So, I’m going to throw out a hypothetical question here….

From ESPN Boston: A Hockey Purist’s Dream

This is an article about UMass graduate Scott Crowder.  Many people from around the country (including myself) will be playing in this tournament this coming weekend.  It’s an epic weekend of hockey, beer, a small town, friends, and strangers sharing a common bond, a love for the roots of the game of hockey.

Stop by any pond hockey tournament, and you’ll witness a frosty tableau of giddy, puck-loving weekend warriors reliving glory days, enjoying the great outdoors and knocking back a few carbonated beverages. Draw composite pictures of those players, and the images would break into two distinct camps. First is the grizzled 35-year-old or 40-plus hockey veteran, who grew up on the ponds, with a quaint beer belly stretching his jersey but still with good wheels and a good idea of how to use them. The second is the under-30 player raised on indoor ice, drawn more by the sheer novelty of the event.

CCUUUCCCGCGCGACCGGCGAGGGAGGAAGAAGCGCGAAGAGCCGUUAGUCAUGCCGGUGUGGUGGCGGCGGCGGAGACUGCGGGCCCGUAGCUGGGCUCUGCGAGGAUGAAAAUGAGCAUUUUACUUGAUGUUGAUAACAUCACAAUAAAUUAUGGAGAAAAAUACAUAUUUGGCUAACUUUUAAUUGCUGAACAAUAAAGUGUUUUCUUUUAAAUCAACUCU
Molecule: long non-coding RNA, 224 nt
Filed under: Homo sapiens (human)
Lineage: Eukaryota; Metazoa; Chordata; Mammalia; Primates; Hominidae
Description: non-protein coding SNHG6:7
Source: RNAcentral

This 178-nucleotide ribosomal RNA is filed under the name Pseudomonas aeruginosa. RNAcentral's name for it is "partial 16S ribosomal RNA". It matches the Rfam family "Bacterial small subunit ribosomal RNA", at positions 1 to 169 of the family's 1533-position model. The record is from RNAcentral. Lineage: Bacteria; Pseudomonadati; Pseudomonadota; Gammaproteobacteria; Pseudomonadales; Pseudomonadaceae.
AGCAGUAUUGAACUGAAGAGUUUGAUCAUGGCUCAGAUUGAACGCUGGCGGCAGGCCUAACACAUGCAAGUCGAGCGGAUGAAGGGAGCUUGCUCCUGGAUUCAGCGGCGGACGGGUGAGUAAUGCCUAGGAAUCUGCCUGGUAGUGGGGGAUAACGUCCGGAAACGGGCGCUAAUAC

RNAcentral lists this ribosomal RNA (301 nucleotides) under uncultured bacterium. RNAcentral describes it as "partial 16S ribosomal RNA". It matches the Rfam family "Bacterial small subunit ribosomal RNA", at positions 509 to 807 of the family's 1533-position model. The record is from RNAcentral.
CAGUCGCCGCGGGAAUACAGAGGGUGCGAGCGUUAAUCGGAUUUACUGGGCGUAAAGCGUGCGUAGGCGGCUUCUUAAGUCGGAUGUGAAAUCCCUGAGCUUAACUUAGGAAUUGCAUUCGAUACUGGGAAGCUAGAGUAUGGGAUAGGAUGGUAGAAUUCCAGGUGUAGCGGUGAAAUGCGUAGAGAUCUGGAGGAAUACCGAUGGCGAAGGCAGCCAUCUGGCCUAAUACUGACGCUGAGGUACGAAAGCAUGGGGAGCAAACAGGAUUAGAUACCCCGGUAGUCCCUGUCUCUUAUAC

That’s what roughly 500 participants and another 1,500 or so spectators found on the seven “rinks” that dotted New Hampshire’s Lake Winnipesaukee during the inaugural New England Pond Hockey Championships on a sun-splattered weekend last winter. At the center of this perfect pond hockey storm, corralling these two disparate groups, was a 24-year-old University of Massachusetts graduate, Scott Crowder.

“We had guys who played for Stanley Cups and we had guys who didn’t even play high school hockey,” Crowder said. “I think the common theme is getting together with four or five or six buddies, coming up and having a weekend, playing a little pond hockey, drinking some beers and having some laughs with some friends.

“People are still talking about last year and the experiences they had last year. That’s something I want to capture.”

[+] EnlargePond Hockey Classic